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30 May 2009 @ 09:40 am
Nechtan, did you know this? - Samurais' Fragrant Games  
So the Asian Art Museum in San Francisco is having a samurai exhibition next month, and they've started sending out little teaser notices about it and talking about it on their blog. One of their samurai facts struck me as exceptionally cool:

Some samurai enjoyed playing a game of fragrances.
Reminiscent of the perfume apparatus described in the French decadent writer Joris-Karl Huysmans in his novel A Rebours (Against the Grain), the incense game often involved a dizzying array of fragrances. Guests would bring their own incense (mixtures of pulverized aromatic woods and animal scents, kneaded with honey and other substances) and the group would try to identify the aromas and decide which it liked best.

The appreciation of fragrance originated in Buddhist ceremonies; transmitted to Japan in the sixth century and thereafter, this aesthetic pursuit became popular in aristocratic social occasions, outside of any religious context.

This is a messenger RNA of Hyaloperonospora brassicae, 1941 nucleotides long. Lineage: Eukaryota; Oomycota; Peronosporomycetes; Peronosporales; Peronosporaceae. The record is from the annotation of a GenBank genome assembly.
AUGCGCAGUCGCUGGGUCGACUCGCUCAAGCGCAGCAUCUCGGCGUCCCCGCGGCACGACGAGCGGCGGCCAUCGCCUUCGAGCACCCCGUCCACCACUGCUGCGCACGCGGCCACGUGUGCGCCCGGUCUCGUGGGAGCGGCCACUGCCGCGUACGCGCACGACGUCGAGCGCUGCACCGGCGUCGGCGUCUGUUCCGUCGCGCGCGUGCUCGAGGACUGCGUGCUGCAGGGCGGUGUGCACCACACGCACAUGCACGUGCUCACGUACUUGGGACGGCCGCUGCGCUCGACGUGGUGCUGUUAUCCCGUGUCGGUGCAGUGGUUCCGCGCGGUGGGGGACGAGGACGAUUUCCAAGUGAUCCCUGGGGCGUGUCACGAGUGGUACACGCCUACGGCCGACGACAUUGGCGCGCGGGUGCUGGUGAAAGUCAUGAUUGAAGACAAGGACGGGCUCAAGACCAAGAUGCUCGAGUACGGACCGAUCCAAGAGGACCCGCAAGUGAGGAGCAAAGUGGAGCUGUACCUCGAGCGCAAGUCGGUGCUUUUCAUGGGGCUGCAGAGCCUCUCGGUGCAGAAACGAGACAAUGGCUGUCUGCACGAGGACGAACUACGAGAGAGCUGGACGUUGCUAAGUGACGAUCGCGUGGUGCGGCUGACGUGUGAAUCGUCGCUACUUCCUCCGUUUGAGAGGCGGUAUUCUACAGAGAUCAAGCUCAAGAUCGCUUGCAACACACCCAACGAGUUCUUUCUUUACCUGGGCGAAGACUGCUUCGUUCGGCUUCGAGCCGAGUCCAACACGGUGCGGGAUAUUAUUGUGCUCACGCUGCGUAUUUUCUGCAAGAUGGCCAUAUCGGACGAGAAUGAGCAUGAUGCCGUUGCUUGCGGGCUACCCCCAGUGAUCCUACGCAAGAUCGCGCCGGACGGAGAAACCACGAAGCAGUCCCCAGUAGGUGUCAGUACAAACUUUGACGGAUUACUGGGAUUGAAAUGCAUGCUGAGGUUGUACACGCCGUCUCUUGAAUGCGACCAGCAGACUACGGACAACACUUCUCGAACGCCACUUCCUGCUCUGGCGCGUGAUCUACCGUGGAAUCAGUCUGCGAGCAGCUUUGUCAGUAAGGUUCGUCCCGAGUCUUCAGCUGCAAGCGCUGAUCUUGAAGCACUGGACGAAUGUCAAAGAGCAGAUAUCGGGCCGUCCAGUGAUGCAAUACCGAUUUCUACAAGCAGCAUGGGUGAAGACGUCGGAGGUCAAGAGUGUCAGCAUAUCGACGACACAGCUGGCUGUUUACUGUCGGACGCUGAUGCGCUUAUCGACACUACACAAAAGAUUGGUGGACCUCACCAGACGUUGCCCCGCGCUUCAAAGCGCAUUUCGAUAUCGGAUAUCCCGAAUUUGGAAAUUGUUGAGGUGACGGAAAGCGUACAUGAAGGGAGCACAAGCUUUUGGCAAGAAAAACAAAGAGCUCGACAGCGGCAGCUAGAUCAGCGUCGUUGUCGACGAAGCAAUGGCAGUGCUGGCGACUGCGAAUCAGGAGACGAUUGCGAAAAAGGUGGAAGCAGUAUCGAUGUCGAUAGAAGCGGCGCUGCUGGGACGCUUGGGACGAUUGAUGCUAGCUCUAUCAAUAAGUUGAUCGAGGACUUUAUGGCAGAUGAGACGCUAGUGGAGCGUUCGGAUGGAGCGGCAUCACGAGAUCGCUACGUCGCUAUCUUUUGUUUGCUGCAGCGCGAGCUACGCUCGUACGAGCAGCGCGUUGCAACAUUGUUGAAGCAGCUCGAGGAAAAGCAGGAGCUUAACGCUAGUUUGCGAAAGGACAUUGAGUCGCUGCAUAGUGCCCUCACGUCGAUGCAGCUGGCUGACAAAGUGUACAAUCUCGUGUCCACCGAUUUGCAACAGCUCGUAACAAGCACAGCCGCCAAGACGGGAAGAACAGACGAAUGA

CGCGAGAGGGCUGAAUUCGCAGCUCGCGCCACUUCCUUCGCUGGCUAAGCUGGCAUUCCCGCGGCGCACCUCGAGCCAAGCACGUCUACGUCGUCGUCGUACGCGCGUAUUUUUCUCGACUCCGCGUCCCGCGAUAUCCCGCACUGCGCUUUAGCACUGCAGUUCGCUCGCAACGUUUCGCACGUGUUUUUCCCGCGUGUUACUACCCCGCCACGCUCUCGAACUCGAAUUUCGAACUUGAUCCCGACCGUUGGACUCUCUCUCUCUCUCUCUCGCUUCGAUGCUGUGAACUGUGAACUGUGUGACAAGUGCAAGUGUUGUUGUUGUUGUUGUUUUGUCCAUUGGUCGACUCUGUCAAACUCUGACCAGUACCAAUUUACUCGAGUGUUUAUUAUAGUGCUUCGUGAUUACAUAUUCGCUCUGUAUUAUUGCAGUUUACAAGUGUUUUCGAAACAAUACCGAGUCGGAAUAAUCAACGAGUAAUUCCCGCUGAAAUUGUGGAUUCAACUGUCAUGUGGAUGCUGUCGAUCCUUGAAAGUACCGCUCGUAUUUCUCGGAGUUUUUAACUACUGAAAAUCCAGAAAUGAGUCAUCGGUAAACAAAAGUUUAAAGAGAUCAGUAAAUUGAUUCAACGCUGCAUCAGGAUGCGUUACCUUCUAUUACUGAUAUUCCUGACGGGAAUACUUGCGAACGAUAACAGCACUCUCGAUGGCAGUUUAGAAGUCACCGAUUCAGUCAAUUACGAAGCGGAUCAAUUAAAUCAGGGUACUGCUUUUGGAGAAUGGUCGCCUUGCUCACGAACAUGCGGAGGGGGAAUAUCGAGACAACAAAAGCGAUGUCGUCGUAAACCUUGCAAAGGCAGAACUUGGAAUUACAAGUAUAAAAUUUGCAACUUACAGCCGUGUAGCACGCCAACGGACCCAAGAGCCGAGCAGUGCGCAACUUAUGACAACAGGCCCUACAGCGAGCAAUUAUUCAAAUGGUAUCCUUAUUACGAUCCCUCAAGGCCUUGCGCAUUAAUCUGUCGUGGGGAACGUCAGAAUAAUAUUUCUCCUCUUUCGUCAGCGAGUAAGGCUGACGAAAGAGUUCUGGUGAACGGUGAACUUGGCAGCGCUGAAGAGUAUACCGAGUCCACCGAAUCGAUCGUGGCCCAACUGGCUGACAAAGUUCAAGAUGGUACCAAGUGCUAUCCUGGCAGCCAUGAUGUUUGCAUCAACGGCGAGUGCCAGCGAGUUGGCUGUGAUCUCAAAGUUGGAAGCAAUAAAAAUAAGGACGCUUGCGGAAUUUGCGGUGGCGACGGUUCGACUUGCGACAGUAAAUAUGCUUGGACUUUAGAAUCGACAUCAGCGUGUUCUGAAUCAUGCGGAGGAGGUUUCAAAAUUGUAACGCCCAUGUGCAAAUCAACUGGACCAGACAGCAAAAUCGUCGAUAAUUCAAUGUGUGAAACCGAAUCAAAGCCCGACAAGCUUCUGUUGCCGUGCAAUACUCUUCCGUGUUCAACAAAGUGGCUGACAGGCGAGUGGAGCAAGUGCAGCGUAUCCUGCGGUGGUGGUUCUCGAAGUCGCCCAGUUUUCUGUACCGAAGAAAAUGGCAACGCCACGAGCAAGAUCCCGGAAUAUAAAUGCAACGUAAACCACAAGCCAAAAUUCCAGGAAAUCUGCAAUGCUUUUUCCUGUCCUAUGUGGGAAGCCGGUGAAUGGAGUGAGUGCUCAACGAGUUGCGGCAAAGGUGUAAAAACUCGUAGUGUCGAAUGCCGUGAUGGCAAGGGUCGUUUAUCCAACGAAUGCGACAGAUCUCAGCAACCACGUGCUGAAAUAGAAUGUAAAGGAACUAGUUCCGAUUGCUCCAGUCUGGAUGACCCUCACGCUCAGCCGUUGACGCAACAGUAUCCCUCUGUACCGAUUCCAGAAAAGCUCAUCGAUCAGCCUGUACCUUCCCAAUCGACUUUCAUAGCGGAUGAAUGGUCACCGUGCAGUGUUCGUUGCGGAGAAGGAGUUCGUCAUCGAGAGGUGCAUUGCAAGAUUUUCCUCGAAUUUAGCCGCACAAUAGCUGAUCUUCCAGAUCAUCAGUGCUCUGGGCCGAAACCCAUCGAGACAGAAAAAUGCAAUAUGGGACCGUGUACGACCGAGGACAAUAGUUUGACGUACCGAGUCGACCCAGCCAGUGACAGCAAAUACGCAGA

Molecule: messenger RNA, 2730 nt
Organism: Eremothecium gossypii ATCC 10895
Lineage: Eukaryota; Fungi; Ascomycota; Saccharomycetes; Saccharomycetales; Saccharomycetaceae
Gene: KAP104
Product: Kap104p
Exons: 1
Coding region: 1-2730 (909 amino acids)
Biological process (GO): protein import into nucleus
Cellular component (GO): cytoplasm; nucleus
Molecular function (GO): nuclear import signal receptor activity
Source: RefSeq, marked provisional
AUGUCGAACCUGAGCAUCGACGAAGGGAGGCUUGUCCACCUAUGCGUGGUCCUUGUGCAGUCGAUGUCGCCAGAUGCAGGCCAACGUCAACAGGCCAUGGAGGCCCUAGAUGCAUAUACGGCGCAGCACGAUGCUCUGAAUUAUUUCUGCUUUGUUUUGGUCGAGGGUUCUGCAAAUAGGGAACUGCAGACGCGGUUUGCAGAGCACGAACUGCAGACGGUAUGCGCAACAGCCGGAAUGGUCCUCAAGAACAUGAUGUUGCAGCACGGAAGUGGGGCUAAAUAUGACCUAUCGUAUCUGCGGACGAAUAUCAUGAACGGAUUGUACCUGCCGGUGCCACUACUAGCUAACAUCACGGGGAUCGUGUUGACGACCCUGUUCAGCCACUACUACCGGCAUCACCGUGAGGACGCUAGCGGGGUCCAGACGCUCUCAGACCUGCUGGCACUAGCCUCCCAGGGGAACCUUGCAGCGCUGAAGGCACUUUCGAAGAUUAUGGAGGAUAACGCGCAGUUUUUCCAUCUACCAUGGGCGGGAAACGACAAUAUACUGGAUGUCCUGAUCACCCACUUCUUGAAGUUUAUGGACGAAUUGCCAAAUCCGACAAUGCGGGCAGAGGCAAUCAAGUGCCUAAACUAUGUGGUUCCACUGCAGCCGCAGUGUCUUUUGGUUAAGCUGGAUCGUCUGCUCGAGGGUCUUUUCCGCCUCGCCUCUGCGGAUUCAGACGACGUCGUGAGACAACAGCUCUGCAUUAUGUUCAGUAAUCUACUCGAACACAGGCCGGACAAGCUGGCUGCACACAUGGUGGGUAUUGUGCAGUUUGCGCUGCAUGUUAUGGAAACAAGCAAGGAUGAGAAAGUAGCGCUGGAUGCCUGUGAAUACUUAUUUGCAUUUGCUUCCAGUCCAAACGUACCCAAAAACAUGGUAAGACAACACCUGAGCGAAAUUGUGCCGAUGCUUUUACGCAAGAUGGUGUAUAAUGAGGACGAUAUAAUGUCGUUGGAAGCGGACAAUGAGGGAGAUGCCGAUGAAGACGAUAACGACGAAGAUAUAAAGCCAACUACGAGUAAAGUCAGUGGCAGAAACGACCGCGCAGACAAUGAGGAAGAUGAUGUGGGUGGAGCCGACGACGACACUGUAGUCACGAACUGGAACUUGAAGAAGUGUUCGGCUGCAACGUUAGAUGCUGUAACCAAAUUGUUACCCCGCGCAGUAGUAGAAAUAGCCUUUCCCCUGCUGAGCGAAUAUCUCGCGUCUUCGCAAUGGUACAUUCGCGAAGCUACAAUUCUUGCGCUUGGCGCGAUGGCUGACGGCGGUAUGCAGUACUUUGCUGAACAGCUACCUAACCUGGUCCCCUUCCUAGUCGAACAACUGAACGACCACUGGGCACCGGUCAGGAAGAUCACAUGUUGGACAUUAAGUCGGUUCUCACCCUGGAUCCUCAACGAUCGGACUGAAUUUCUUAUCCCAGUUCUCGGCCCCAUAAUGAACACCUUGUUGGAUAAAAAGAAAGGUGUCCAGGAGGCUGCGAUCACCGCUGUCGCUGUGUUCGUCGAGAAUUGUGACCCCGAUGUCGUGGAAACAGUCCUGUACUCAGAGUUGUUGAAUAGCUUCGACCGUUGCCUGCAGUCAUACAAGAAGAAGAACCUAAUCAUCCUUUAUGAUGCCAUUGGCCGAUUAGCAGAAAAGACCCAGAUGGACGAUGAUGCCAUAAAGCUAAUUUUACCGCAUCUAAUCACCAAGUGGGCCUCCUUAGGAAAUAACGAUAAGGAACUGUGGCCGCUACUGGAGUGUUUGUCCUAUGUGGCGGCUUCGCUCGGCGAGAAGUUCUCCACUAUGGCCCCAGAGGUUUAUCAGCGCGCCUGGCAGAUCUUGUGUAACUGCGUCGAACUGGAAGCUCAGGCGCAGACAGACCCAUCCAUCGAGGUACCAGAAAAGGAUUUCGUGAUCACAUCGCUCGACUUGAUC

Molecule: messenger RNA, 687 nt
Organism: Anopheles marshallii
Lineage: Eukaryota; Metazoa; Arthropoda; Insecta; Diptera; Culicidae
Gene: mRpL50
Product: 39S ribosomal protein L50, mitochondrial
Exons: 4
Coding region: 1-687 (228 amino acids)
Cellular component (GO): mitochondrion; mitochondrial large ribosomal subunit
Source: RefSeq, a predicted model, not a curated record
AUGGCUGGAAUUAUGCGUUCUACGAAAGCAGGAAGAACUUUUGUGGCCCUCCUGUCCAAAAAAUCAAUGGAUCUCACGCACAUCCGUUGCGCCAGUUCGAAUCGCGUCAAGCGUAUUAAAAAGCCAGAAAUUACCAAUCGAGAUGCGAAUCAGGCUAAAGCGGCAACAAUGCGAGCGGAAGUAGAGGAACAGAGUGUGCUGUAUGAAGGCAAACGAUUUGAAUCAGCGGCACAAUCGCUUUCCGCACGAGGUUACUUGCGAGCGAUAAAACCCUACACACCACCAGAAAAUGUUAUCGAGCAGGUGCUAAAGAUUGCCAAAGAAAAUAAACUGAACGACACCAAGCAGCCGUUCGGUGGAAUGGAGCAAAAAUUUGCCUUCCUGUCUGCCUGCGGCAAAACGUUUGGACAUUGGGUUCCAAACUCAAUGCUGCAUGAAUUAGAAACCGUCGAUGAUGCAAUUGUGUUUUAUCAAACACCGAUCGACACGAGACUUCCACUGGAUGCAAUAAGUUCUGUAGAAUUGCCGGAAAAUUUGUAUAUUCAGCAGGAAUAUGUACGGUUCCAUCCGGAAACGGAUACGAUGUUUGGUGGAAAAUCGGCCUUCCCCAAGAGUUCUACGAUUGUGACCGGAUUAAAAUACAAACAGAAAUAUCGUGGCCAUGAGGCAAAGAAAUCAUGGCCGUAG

Shown is an incense game box and implements from the 1700s. Made of lacquered wood with sprinkled metalic powder, silver, bronze, and mica, it includes fire tools, box, braziers, and a tray of mica plates.


Original article (and other fun facts) here.

It's just so random to think of these big tough warrior men sitting around sniffing incense smoke. Kinda funny. ARTIST FRIENDS DRAW A PICTURE OF THIS PLEASE!!! ;_;
 
 
 
Danny Darkosaru_kage on May 30th, 2009 08:43 pm (UTC)
Yeah, but when you consider that the samurai made a practice of burning incense in their helmets so as to present a pleasing aroma to their enemy upon being beheaded by them, the smell of incense was probably the smell of victory.